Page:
"I don't play for the money anymore. My family has been taken care of. Fine me if you want. My way of living and my values are more important to me than a dollar," Beasley said in a lengthy statement posted to Twitter Friday. "I will be outside doing what I do. I’ll be out in public. If your [sic] scared of me then steer clear, or get vaccinated ... I may die of covid, but I’d rather die actually living."
Beasley is taking issue with the NFL’s new guidelines for training camp and preseason which heavily restricts unvaccinated players while allowing those who have received the vaccine to return close to normalcy.
The league released a memo to all 32 clubs earlier this week informing them of the updated procedures for vaccinated players, essentially lifting most COVID restrictions.
For unvaccinated players, they will still be required to test every day, wear masks and observe proper social distancing while also being prohibited from social, media, marketing and sponsorship activities, among other limitations.
They will also still be subject to quarantine after high-risk exposure to COVID-19, while vaccinated players will not -- something Beasley heavily criticized in a separate tweet on Thursday.
"This is crazy. Did we vote on this? I stay in the hotel. We still have meetings. We will all be together," his tweet read. "Vaccinated players can go out the hotel and bring covid back into where I am. So what does it matter if I stay in the hotel now? 100 percent immune with vaccination? No."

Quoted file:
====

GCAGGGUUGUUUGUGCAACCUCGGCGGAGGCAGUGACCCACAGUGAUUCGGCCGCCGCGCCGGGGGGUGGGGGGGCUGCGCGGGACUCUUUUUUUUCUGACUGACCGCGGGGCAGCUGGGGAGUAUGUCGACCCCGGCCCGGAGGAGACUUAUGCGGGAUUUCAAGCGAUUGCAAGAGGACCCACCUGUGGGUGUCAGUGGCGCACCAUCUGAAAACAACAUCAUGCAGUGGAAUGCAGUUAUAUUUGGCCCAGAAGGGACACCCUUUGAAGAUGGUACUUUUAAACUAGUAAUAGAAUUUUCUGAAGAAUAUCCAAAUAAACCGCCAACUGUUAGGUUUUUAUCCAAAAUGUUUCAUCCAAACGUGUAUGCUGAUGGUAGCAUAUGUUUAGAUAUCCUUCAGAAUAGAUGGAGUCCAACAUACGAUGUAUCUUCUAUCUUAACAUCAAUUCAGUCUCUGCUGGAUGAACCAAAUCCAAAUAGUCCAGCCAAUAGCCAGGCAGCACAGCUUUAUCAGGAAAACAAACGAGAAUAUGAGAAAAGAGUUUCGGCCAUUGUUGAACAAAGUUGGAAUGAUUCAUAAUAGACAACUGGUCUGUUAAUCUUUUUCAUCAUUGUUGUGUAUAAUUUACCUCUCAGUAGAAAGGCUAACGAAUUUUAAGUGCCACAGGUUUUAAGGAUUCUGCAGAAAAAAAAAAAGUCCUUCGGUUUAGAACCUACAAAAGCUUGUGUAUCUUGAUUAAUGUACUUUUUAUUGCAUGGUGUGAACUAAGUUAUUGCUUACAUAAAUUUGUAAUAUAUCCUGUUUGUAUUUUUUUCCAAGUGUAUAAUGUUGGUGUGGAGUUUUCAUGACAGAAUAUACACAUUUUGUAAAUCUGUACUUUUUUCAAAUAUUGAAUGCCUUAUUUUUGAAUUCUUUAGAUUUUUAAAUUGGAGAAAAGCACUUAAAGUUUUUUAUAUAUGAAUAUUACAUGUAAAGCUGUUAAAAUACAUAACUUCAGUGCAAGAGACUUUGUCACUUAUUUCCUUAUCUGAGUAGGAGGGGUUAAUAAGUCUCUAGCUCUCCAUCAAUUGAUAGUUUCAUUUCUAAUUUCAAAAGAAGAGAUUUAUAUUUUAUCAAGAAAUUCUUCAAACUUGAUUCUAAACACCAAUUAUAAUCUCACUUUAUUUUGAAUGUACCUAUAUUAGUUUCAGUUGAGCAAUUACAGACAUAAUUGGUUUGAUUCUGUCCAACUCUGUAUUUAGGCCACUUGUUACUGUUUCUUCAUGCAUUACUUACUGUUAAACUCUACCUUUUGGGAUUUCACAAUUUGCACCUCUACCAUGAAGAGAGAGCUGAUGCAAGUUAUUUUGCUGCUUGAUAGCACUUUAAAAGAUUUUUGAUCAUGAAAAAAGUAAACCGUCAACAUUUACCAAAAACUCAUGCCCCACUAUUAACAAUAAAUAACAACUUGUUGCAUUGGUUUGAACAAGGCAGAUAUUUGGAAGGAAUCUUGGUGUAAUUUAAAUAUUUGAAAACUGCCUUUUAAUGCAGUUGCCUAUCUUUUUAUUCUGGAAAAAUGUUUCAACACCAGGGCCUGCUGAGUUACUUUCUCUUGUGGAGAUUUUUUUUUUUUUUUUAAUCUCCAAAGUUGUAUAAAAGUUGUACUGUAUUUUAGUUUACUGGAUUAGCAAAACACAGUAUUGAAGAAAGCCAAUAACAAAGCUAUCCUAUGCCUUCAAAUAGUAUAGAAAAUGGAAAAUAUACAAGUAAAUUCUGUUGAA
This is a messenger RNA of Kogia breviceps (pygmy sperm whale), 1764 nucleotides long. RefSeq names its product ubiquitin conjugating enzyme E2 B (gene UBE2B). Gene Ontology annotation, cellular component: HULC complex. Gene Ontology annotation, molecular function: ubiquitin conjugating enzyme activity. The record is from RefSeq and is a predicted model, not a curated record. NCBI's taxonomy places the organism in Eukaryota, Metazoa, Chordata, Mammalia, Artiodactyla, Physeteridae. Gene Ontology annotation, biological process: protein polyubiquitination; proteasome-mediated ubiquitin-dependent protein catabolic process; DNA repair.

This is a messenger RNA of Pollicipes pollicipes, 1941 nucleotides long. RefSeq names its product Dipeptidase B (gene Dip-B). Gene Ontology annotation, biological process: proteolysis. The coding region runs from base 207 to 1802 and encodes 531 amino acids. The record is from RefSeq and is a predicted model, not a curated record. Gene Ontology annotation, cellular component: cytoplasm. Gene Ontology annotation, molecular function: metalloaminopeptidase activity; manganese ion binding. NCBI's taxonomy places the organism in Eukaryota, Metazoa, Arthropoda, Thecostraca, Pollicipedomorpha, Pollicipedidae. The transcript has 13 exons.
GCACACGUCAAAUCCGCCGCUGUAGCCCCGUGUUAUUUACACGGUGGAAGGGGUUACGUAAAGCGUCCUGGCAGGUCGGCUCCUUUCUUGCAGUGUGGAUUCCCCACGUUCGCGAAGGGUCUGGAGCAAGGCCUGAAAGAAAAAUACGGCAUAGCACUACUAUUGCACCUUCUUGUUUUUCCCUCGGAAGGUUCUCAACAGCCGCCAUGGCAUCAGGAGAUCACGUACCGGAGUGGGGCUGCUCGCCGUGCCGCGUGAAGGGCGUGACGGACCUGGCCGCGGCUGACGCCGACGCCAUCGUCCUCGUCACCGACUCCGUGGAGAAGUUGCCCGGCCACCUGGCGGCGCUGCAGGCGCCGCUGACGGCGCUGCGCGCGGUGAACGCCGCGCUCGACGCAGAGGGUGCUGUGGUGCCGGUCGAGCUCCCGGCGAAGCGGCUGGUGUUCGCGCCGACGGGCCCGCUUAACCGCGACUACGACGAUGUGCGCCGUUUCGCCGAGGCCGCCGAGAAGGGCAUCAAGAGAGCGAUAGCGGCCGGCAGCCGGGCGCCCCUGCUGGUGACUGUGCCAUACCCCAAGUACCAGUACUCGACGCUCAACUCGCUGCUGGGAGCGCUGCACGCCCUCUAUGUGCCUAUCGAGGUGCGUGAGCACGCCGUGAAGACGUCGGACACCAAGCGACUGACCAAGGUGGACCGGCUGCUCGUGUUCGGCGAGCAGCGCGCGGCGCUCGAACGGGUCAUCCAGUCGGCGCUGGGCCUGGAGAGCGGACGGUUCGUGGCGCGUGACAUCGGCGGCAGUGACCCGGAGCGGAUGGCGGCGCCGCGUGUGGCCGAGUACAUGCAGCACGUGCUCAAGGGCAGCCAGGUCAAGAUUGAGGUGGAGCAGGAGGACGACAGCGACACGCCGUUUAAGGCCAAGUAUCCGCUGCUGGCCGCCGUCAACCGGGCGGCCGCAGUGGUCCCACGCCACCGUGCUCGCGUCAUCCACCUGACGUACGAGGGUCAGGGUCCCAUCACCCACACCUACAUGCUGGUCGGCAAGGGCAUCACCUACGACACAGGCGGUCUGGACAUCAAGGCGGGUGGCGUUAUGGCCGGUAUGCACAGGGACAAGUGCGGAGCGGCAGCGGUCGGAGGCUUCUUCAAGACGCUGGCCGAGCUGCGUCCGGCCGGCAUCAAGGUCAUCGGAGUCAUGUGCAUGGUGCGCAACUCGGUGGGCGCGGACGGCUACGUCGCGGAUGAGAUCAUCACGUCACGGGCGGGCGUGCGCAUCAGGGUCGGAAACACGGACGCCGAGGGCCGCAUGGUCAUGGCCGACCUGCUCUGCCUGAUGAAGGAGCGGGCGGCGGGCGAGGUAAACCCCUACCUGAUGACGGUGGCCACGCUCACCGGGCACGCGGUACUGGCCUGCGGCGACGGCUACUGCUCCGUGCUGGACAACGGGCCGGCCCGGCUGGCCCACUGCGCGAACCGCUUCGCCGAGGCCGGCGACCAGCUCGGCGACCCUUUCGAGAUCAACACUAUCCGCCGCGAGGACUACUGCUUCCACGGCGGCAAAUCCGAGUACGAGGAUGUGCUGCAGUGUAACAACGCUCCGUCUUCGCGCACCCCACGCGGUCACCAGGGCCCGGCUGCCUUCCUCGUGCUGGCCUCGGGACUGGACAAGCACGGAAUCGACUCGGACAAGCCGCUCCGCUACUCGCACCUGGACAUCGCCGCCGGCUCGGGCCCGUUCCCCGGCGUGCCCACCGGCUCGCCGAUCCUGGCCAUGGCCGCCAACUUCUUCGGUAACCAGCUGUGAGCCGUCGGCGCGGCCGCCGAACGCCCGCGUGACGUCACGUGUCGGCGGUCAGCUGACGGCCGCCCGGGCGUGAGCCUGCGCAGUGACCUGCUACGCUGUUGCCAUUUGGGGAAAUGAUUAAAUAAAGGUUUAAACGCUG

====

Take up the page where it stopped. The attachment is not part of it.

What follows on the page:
Beasley took aim at the Players Association for inaccurately representing the voice of the players.
"The players association is a joke. Call it something different. It’s not for the players. Everyone gives me the 98 percent of people who are vaccinated don’t get covid again. The odds of me getting in the NFL and playing for 10 years are lower than that and I’m here."
Several players have expressed hesitation in getting vaccinated including Bills quarterback Josh Allen who said back in April that he was still "debating" on getting it or not.
"I think everybody should have that choice to do it or not to do it," he said. "You get in this tricky situation now where if you do mandate that that’s kind of going against what our constitution says and the freedom to kind of express yourself one way or the other. I think we’re in a time where that’s getting a lot harder to do. Everybody should have that choice."
Beasley said in his statement Friday that many players share the same belief but "aren’t in the right place in their careers to be so outspoken."
"I’m not going to take meds for a leg that isn’t broken. I’d rather take my chances with Covid and build up my immunity that way ...I’ll play for free this year to live life how I’ve lived it from day one. If I’m forced into retirement, so be it."